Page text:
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Charlotte FC president confident of record-breaking MLS TV deal

record-breaking MLS TV deal

(Photo by Jeff Halstead/Icon Sportswire)

The bar is set. In its last TV deal, Major League Soccer secured a $90 million a year deal. Of that, $30 million/year reportedly goes to US Soccer for the rights to both the U.S. men and women’s national team games. Now the league is on the precipice of a record-breaking MLS TV deal that will begin in 2023.

With the U.S. rights to the Premier League wrapped up, discussions between MLS and broadcasters are continuing. Beginning next season, NBC will pay more than $430 million per year as the exclusive broadcaster in the United States. The question is, how much can MLS generate for its own rights deal.

Looking ahead to a record-breaking MLS TV deal

Speaking exclusively to World Soccer Talk, Charlotte FC President Nick Kelly is confident that MLS will break the $90million record.

“We look at everything [MLS executives] Don Garber, Seth Bacon and Gary Stevenson have put together in terms of preparing MLS to take the best product available to the market. [MLS is] going out there with international rights, domestic rights and even local TV rights all together.

“The expectations are high. I would probably assume that everybody across the entire league — the players, the owners, the coaches and certainly the front office in New York — believes that there will be considerable growth.”

We asked Kelly if there is a particular broadcaster who would be a best fit for the rights. While not mentioning a specific name, Kelly did say:

“The big thing that we are pushing collectively as a league is that whoever comes on board they do everything within their power to promote MLS. We need a partner who comes on and really wants to help us use the next four years prior to the World Cup in 2026 to grow the sport. That’s almost as important as the financial investment.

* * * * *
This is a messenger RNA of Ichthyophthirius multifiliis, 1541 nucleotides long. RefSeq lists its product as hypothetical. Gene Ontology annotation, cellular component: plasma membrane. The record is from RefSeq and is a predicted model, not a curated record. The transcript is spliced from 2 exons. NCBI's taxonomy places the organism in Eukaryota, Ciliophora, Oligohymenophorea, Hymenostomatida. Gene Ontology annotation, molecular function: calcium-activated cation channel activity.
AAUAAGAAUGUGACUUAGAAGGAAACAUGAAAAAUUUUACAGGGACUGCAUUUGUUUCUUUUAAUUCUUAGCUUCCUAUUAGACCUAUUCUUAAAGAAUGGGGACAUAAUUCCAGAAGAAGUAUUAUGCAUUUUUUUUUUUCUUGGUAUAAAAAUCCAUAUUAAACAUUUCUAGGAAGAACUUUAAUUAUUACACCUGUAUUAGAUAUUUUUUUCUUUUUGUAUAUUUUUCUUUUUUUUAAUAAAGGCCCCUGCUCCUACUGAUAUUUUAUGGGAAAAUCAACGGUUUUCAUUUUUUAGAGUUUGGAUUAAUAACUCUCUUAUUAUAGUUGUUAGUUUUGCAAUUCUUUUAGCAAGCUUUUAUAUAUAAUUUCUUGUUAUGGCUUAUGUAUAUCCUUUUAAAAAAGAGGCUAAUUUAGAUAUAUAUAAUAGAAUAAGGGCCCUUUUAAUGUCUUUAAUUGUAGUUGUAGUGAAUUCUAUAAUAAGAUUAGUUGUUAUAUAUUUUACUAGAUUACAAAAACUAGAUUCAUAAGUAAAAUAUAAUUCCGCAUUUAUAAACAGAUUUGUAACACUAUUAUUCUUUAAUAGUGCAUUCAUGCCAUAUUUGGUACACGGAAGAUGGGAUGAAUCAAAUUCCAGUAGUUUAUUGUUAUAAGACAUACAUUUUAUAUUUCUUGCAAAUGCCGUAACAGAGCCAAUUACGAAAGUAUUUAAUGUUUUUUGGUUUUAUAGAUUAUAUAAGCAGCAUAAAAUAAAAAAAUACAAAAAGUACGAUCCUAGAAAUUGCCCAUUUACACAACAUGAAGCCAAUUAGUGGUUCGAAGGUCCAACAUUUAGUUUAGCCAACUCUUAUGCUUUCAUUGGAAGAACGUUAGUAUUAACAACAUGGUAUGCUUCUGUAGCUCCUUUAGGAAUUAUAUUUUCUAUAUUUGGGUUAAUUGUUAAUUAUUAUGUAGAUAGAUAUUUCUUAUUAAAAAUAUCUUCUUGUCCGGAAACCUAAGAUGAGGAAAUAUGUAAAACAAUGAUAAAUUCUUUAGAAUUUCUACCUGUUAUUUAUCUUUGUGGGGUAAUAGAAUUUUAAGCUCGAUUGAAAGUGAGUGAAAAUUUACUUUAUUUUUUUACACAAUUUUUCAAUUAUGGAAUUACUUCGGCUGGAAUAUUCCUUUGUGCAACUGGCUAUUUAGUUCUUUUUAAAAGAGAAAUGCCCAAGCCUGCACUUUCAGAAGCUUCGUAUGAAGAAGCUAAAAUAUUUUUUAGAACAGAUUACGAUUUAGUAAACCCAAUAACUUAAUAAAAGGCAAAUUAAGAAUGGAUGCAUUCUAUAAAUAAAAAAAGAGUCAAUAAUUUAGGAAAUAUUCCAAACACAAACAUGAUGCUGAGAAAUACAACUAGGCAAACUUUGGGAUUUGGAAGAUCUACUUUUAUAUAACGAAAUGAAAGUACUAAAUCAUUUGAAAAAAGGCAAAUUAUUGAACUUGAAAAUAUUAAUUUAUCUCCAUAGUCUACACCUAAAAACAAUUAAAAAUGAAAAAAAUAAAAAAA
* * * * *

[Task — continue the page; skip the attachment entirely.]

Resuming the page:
“We need somebody who sees [MLS] as a key pillar in their content platform.”

Other positive indicators

Part of MLS’ strategy to generate more for TV rights is adding teams across the country. For example, Charlotte FC will be MLS team number 28, playing its first home game on March 5, 2022 against LA Galaxy.

As a result, MLS executives are bullish about the increased value of MLS rights. The outlook continues to remain positive. Competition for MLS rights is greater. Plus many broadcasters will want the appeal of domestic games in the lead-up to World Cup 2026. In conclusion, it is a can’t miss opportunity for the right partner at the right time.

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  1. dave

    November 26, 2021 at 4:09 pm

    Thank you for the preview. Makes sense that MLS hope to mirror other leagues that recently secured double or triple their previous US rights deals.
    Is there a good source for MLS revenue breakdowns (gate, national broadcast, local broadcast, sponsorship, merchandising, etc.)? Even if it triples, national broadcast seems like a small slice of MLS revenues:
    * National broadcast (existing deal) – $60 million (net of national team) for ~30 teams is around $2 million per MLS team
    * Gate – average 20k fans per game (pre-pandemic) at $25-$50 per fan over 17 home games is around $10-$15 million per MLS team
    * Local rights, sponsorship, merchandising – $??? is there data on this? I have read that MLS teams average ~$40 million annual revenue, though how much is opaque such as flows from SUM or non-sustainable such as counting expansion fees as revenue?
    Gate meaningfully higher than national broadcast suggests relatively greater interest in “the local team”. This is directionally consistent with the point @greg makes. A bottom-up local strategy seems to work for MLB and NHL

  2. Fechin

    November 24, 2021 at 2:17 pm

    I wish NBC will get the rights to MLS they can broadcast Friday and Saturday late night games that can be filled up and midweek games as well. But it won’t happen

  3. greg

    November 24, 2021 at 11:06 am

    What @Ricky says is interesting, in that it gets to my point that MLS is primarily, like baseball, a local league & should work to maximize that. People want to be able to see their local teams. Make it easier, MLS. Don’t assume people in Orlando or Philadelphia care as much about Portland or Minneapolis as they do their own teams and closest rivals.

  4. Ricky

    November 24, 2021 at 9:04 am

    I’m just hopeful the new TV deal allows me to watch my local teams away games. The blackout rule is terrible especially considering sometimes the local broadcaster is an obscure channel that half the time plays baseball instead of the soccer match on TV.

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